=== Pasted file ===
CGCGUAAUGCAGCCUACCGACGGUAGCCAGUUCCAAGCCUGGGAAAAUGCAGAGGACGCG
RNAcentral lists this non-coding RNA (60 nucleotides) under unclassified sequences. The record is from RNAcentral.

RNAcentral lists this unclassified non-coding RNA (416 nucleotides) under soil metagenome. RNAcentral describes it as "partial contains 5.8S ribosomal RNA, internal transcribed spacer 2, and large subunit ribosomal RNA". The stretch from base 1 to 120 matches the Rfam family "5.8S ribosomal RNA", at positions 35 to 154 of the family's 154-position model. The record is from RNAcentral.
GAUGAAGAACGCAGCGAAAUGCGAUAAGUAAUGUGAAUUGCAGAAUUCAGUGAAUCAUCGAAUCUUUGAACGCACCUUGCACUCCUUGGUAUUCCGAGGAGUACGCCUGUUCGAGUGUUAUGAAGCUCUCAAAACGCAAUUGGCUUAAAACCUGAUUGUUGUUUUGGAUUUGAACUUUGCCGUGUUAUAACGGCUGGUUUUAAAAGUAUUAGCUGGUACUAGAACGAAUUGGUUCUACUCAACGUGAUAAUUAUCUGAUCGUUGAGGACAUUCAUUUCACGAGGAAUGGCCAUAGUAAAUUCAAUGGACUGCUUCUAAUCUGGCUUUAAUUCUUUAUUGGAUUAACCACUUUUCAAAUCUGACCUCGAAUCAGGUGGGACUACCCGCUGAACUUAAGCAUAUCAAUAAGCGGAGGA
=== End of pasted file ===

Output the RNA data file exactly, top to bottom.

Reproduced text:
CGCGUAAUGCAGCCUACCGACGGUAGCCAGUUCCAAGCCUGGGAAAAUGCAGAGGACGCG
RNAcentral lists this non-coding RNA (60 nucleotides) under unclassified sequences. The record is from RNAcentral.

RNAcentral lists this unclassified non-coding RNA (416 nucleotides) under soil metagenome. RNAcentral describes it as "partial contains 5.8S ribosomal RNA, internal transcribed spacer 2, and large subunit ribosomal RNA". The stretch from base 1 to 120 matches the Rfam family "5.8S ribosomal RNA", at positions 35 to 154 of the family's 154-position model. The record is from RNAcentral.
GAUGAAGAACGCAGCGAAAUGCGAUAAGUAAUGUGAAUUGCAGAAUUCAGUGAAUCAUCGAAUCUUUGAACGCACCUUGCACUCCUUGGUAUUCCGAGGAGUACGCCUGUUCGAGUGUUAUGAAGCUCUCAAAACGCAAUUGGCUUAAAACCUGAUUGUUGUUUUGGAUUUGAACUUUGCCGUGUUAUAACGGCUGGUUUUAAAAGUAUUAGCUGGUACUAGAACGAAUUGGUUCUACUCAACGUGAUAAUUAUCUGAUCGUUGAGGACAUUCAUUUCACGAGGAAUGGCCAUAGUAAAUUCAAUGGACUGCUUCUAAUCUGGCUUUAAUUCUUUAUUGGAUUAACCACUUUUCAAAUCUGACCUCGAAUCAGGUGGGACUACCCGCUGAACUUAAGCAUAUCAAUAAGCGGAGGA